Courier of Information

I got a call from the 1990s a few months ago asking for their font back. I declined and explained that just because something is old, does not mean it cannot still be good. Sometimes, things created long ago have a unique value that endears them to be used even today. Not everything has a useful life measured in months; some can last for decades, outliving fad after fad and upstart after upstart because they have something the newer generations did not. They are, in a word, timeless. The next day, Justin Timberlake released another single. Touché, 1990s.

I am speaking, of course, about the Courier New font. Introduced in 1992 with Windows 3.1, it is a refresh of the Courier font, which was released in 1955. Courier itself was designed to be similar in appearance to the output from typewriters, giving this family of fonts a long life and ‘classic’ appearance. You can read more of this fascinating history on Wikipedia.

Why do I mention this on a blog about Internal Audit data analysis, and why do I care about fonts? To help answer that question, let’s look at a screenshot of some sample data in ACL:


The data is displayed here using ACL’s default selection of ‘Segoe UI’. This is a nice, modern-looking font. It is pleasing to look at and it fits well with other modern applications. This is an admirable goal; one of the reasons I enjoy using ACL is because the user interface looks nice. In a purely rational world, aesthetics would take a back seat to functionality and products would compete entirely on their utility. However, we are not rational beings, and I am forced to admit that the appearance of the software I use is an important factor to my enjoyment of it. I want to use software that looks and feels sexy. ACL, in addition to constantly updating the utility of their analytics platform, has also put great effort to improving the user experience. I applaud them for this and hope they continue updating the aesthetics of their software.

But sometimes goods looks are not enough and too much utility is sacrificed in the name of beauty. In these situations, we have to revert to something that may not look as nice, but functions better. Each of us has a different threshold where this happens; for me, that threshold was crossed when I took some time to think about fixed-width fonts.

You should already be familiar with fixed-width fonts – the ACL script editor renders scripts using a fixed-width font:


Fixed-width fonts are aptly-named because each character takes up the same amount of space. Courier New, the font used for the script editor, is a fixed-width font. Segoe UI is not a fixed-width font; each character takes up a different amount of space depending on the size of the character. This is fine for general reading or interacting with software, but it may not be ideal for data analysis, particularly analysis of text data.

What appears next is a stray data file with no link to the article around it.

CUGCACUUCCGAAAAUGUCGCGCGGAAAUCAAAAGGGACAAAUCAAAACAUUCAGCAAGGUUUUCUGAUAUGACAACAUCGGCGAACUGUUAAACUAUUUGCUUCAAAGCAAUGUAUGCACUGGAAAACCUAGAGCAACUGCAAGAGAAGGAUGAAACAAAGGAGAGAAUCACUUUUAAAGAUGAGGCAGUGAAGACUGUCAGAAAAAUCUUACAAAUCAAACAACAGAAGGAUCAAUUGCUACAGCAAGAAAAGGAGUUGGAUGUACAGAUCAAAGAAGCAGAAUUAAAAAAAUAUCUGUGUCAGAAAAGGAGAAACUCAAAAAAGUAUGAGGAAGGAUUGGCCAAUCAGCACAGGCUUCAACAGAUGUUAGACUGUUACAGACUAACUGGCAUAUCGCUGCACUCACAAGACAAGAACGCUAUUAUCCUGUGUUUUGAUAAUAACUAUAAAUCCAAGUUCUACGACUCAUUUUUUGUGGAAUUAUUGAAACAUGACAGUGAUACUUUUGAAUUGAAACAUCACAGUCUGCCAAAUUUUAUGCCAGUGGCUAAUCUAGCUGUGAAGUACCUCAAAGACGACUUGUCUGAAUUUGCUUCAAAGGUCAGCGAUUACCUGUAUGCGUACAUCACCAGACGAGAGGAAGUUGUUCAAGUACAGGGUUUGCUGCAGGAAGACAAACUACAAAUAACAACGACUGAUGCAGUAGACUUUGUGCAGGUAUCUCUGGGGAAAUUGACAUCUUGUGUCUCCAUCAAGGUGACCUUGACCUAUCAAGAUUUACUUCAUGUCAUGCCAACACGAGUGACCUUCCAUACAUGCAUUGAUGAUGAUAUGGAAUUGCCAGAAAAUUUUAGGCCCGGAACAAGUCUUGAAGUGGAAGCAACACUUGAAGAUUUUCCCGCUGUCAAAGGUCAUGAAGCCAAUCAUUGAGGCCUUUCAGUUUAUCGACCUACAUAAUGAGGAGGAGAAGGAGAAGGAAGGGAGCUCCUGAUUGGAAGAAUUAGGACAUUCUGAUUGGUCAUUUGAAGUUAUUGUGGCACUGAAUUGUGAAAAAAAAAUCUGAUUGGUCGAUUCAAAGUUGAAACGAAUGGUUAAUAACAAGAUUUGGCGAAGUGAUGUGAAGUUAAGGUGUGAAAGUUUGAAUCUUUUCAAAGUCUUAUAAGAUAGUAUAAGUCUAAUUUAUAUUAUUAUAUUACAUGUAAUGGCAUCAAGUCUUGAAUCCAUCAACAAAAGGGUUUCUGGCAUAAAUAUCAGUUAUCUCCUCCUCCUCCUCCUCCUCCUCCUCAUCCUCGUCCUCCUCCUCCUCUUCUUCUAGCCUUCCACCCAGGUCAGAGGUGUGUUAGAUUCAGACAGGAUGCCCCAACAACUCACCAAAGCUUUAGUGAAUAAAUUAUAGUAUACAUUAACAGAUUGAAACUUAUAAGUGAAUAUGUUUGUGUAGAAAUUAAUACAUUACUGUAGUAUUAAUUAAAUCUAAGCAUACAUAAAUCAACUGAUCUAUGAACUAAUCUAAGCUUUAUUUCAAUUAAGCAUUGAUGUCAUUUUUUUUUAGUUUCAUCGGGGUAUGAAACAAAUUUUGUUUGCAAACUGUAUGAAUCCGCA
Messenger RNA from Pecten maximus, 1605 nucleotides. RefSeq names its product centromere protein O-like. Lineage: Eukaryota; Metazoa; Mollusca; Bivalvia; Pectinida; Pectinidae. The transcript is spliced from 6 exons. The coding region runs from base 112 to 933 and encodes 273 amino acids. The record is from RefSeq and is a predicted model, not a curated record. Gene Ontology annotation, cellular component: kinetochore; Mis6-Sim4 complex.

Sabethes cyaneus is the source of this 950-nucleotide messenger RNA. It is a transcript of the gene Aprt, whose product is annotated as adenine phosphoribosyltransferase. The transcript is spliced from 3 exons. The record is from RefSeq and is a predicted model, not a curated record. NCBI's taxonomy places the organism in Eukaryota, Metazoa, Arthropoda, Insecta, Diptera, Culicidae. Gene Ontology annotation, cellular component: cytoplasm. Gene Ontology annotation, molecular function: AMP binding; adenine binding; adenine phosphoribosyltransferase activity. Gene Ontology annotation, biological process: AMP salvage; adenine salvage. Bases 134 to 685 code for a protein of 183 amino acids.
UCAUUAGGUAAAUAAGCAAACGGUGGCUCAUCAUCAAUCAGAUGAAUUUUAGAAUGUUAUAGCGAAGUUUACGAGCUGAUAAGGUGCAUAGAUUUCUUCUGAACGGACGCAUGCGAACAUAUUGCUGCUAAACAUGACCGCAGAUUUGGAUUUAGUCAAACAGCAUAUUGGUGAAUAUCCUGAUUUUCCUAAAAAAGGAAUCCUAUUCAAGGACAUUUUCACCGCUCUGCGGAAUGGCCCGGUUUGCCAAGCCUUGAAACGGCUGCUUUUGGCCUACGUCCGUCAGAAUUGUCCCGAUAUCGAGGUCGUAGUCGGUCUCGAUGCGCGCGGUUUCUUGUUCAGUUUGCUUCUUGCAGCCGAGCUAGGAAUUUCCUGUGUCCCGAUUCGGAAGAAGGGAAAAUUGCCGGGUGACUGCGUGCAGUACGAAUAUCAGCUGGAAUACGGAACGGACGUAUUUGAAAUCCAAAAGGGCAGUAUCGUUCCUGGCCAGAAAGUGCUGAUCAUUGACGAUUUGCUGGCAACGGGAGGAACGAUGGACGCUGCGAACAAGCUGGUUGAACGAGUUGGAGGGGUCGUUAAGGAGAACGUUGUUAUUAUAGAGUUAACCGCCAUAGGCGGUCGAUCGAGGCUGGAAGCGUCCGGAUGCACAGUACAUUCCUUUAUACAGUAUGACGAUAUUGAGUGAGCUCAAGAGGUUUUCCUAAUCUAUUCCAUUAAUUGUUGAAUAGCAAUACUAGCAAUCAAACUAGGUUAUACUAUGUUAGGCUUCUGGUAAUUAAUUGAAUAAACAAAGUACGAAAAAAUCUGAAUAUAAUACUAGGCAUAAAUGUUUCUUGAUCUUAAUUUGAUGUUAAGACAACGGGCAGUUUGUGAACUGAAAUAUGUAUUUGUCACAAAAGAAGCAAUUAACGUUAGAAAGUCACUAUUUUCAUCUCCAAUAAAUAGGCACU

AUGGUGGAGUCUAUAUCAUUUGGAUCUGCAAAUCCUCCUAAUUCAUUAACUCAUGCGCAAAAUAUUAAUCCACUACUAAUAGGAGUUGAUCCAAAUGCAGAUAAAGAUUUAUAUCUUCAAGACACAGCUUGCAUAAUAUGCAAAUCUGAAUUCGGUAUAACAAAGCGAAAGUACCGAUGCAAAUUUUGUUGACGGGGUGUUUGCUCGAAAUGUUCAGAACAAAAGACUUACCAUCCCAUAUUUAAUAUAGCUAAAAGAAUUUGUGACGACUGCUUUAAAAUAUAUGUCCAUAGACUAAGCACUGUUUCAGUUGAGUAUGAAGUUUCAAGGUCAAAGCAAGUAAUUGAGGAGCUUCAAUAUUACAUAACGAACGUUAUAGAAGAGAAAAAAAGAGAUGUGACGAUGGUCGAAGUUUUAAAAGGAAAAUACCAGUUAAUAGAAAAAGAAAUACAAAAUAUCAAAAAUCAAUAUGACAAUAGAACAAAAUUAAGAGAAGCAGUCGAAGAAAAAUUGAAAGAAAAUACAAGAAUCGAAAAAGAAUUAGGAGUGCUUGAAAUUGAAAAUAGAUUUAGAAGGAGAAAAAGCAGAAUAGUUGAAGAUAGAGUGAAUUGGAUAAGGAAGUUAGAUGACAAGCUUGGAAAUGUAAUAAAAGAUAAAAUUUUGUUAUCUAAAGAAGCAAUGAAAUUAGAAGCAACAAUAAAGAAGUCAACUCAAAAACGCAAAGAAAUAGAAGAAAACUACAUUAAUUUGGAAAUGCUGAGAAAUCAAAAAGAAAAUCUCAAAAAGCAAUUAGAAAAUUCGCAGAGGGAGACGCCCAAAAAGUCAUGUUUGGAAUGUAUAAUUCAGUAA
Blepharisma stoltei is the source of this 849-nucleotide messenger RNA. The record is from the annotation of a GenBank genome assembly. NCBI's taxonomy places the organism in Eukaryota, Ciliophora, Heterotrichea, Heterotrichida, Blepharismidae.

Take a look at the sample data rendered in Courier New:


I know, it looks pretty retro. You will get used to that after a day or so. But look at the ‘Home Address’ field. If we were analyzing this field to determine the variability of address entry and how we might need to normalize it, I would argue that the font we use can aid or hinder our analysis. Courier New makes inconsistencies such as the extra space in record 91 or the leading space in record 105 more visible. When comparing patterns of text data, the fixed-width nature of the font makes it easier to see which records have similar patterns at a glance, without requiring normalization techniques. Courier New also does a good job making each character visually distinct: for example, uppercase i’s, the number one, and lowercase L’s are all completely different. As a result, I can spend more time digesting the data without having to spend so much time translating the data and figuring out which characters I am looking at. The font provides benefits that makes our data more ‘visual’ while only having the downside that it looks old.

There is a reason the ACL script editor and most other, widely-used, IDEs continue to use fixed-width fonts to render code – because it aids in code analysis. I think this reason is equally valid when analyzing data. I have had a few moments that validated this opinion since I started using Courier New; and while not very significant individually, together they have convinced me that this font works better than ACL’s default.

If you want to experiment with Courier New, or any other fixed-width font, you can do so in ACL by navigating to Tools -> Options, selecting the ‘Application Font’ tab, and changing the value for ‘Proportional Font’.



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